In a cosmopolitan city like London you’re spoilt for choice when looking for things to do. Of all the entertainment available, my age has led me to enjoy most of all a nice sit-down at a cafe with a good friend and allow the jibber-jabber to run its course. I don’t even like coffee (!) but the whole experience of a friendly, non-alcoholic time-out from the day is exactly the sort of thing that tickles my fancy.
For those that enjoy their coffee immensely, I’ve been told that Cafe Fratelli is the place to go (particularly if you’re at Oxford Circus) by a couple of self-proclaimed coffee snobs. I went there recently and was a tad miffed by the fact that the loo was closed half an hour before closing time. I asked if I could use it and the staff said they were being cleaned and wouldn’t open again. I can understand staff wanting to leave for home quickly after closing time but denying a paying customer of a quick use of the facilities I personally found a bit shit. My coffee drinking accomplice at the time was too enamoured by her coffee to note my grievances.
For those that like their tea and would like to be spoilt for choice, Camelia’s tea house used to be the place to go (just off Carnaby Street) but sadly has shut down. They are looking for new premises so it’s worth keeping an eye out on that business. It was one of the few places in London where you had a) a lovely setting, b) knowledgeable, friendly staff and c) so many teas you could spend an hour deciding on the different options.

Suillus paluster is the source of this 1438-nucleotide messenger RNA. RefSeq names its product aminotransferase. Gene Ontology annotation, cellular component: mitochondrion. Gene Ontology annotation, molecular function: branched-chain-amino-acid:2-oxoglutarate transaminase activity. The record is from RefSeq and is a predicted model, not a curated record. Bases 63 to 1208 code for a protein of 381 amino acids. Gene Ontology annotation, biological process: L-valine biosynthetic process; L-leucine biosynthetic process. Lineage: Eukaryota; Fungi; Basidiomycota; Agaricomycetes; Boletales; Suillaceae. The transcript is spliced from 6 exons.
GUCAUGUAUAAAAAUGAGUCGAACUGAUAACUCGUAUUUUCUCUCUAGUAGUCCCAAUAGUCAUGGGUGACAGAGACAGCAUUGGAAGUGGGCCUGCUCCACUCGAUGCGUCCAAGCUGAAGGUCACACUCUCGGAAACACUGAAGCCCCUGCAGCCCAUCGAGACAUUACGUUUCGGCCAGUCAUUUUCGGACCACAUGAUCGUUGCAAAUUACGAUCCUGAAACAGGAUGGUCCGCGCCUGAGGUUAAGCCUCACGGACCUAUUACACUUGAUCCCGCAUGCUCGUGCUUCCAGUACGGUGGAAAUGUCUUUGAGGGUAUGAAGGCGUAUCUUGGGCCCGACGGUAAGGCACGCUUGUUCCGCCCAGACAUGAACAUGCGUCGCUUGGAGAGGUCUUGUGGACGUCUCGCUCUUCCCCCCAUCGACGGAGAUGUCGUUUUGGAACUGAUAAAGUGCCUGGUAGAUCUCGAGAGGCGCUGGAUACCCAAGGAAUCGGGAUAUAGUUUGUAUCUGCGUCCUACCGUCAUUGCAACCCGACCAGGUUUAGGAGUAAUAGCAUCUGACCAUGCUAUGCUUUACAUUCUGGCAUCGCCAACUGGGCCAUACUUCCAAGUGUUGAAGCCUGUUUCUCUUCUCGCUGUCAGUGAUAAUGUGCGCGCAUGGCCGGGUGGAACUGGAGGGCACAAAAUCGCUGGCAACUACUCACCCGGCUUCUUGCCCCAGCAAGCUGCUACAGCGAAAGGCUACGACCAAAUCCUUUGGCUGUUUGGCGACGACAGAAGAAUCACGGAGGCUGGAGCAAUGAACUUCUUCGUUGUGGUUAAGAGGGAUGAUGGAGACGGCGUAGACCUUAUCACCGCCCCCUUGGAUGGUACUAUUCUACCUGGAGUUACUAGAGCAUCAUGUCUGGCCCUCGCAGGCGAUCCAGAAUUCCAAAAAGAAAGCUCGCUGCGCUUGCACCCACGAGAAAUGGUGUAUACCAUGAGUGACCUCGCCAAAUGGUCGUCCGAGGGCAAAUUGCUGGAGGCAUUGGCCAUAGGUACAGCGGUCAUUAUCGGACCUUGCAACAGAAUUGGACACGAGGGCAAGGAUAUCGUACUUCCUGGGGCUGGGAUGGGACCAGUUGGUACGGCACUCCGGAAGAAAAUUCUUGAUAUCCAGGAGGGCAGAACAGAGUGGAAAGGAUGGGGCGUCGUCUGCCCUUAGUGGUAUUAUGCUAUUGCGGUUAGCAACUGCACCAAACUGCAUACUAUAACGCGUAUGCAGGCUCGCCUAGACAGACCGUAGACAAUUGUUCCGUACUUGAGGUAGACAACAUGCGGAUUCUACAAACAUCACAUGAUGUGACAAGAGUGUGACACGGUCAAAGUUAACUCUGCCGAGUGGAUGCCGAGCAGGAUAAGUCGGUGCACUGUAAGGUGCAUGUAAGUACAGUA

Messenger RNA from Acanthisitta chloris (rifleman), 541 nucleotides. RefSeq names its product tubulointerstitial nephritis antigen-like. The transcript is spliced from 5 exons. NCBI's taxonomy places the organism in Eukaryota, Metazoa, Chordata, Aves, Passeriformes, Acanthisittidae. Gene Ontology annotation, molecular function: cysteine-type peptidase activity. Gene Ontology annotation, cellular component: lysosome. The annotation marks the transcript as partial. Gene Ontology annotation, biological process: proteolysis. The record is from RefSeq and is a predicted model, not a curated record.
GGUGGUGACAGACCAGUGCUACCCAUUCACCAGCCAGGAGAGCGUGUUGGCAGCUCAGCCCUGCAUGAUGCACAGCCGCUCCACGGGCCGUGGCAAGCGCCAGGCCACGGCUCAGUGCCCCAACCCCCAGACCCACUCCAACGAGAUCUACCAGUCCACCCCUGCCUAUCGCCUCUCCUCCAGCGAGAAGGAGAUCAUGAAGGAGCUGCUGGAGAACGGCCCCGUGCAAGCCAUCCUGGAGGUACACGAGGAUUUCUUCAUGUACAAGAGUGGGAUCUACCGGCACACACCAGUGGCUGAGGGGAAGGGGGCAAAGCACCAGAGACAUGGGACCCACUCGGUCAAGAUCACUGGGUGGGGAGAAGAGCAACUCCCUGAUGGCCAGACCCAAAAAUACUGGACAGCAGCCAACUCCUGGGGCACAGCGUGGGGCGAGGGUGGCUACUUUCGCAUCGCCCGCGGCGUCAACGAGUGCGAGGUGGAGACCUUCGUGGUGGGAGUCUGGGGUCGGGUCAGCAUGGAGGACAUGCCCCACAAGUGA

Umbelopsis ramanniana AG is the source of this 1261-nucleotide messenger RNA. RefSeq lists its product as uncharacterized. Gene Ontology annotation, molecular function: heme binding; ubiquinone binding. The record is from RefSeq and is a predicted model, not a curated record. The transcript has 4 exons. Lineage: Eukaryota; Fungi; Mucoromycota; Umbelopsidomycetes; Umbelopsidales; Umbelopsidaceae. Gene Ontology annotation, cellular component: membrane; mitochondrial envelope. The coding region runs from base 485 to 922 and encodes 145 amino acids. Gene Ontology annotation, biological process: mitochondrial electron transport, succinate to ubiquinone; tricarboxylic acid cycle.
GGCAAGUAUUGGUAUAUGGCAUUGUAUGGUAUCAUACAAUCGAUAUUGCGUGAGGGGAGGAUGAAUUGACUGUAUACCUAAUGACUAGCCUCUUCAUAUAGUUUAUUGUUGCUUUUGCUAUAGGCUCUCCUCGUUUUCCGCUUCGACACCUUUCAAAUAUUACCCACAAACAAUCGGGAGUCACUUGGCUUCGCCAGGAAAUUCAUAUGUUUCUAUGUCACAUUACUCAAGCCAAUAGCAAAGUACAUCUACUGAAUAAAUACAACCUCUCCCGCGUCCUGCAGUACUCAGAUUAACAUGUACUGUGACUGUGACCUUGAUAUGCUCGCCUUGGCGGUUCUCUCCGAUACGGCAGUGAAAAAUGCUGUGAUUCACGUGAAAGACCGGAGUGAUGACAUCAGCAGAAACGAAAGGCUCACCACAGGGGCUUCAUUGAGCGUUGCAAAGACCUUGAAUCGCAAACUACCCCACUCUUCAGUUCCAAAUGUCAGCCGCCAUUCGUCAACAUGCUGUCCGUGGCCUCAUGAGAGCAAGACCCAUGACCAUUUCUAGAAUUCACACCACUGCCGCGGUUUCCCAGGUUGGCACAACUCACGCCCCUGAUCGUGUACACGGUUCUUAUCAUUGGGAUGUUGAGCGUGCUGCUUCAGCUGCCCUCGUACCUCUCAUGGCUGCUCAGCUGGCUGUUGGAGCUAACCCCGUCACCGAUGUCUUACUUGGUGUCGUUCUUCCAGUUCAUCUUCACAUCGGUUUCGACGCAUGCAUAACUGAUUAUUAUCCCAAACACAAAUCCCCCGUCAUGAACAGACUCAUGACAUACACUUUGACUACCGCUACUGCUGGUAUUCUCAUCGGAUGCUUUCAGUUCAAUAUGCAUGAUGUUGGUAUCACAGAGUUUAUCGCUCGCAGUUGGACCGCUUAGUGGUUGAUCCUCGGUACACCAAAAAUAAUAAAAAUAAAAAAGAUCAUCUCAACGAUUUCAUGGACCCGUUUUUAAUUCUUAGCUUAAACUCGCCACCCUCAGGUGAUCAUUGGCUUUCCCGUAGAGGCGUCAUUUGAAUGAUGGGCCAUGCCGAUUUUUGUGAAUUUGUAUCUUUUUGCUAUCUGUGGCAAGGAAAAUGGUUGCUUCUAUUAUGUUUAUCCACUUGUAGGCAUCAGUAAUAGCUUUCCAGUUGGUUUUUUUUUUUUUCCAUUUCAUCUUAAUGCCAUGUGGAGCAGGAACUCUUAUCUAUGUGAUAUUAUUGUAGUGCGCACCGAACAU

London tends to attract droves of tourists (particularly during the warmer months), and coupled with a high concentration of people working in Central London you have a fairly captive audience when it comes to places to have coffee.
A recent cafe experience in a Soho cafe wasn’t so much the service (which was fine) or the hot chocolate I ordered (which was also fine) but rather the establishment’s cake management. Joolz (you guessed it, Joolz of Joolzguides fame) and I were their last customers for the evening which gave us good insight into what gets done to close the cafe for the night. It all was pretty straightforward and routine except for the storage of the cakes themselves: Those lovely looking cakes were placed onto trays and slid onto rafters hung on the walls we were sitting in. This would all be fine if the room was refrigerated (it wasn’t, we were sitting there), or if the cakes were covered (they weren’t, and there was the occasional fly doing its rounds). Needless to say, I never ordered a cake from there again. I won’t mention the name of the place but if you’re around Soho and you come across an enticing, quaint French-looking place with gorgeous cakes in the windows you’re in for a disappointment.